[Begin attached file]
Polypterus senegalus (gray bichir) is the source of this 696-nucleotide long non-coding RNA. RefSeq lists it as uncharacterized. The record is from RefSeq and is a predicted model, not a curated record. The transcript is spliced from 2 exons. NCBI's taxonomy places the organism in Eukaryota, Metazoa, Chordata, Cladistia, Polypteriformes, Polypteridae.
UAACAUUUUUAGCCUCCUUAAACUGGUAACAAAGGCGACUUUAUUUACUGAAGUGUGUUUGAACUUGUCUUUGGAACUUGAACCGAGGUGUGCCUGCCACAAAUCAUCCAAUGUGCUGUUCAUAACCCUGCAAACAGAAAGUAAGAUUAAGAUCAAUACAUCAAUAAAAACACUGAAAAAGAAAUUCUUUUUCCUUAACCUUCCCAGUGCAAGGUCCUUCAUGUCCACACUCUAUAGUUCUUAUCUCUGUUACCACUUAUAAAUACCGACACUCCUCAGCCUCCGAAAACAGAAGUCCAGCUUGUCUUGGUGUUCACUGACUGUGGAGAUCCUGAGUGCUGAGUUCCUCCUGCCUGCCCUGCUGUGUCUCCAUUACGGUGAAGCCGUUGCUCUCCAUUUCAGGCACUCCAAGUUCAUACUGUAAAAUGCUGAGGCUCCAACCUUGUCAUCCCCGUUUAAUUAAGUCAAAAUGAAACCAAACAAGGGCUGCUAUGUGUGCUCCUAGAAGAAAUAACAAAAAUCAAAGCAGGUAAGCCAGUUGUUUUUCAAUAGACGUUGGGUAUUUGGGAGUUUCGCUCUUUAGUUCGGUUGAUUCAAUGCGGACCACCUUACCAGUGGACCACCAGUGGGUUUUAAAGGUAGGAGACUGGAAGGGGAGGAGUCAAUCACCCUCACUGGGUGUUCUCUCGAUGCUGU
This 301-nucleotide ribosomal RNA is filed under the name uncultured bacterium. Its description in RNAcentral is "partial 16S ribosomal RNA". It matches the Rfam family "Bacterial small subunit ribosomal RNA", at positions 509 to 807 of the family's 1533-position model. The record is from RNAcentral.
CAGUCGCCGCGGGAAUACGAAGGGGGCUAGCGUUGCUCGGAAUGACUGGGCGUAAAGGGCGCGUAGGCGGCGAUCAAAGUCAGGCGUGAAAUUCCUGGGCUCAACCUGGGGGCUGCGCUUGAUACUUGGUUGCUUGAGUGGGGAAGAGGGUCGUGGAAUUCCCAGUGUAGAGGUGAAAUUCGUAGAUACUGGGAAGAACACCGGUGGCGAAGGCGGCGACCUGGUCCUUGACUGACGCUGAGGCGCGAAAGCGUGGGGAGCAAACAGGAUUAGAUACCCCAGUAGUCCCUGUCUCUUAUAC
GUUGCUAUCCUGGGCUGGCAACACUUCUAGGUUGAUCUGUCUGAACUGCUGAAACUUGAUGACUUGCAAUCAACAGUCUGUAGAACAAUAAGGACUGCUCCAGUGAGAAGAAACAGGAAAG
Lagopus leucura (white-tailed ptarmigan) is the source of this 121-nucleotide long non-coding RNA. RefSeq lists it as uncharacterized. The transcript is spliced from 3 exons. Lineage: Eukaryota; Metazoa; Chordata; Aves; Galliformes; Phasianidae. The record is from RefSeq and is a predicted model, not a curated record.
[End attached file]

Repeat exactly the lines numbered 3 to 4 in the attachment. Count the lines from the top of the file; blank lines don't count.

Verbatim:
This 301-nucleotide ribosomal RNA is filed under the name uncultured bacterium. Its description in RNAcentral is "partial 16S ribosomal RNA". It matches the Rfam family "Bacterial small subunit ribosomal RNA", at positions 509 to 807 of the family's 1533-position model. The record is from RNAcentral.
CAGUCGCCGCGGGAAUACGAAGGGGGCUAGCGUUGCUCGGAAUGACUGGGCGUAAAGGGCGCGUAGGCGGCGAUCAAAGUCAGGCGUGAAAUUCCUGGGCUCAACCUGGGGGCUGCGCUUGAUACUUGGUUGCUUGAGUGGGGAAGAGGGUCGUGGAAUUCCCAGUGUAGAGGUGAAAUUCGUAGAUACUGGGAAGAACACCGGUGGCGAAGGCGGCGACCUGGUCCUUGACUGACGCUGAGGCGCGAAAGCGUGGGGAGCAAACAGGAUUAGAUACCCCAGUAGUCCCUGUCUCUUAUAC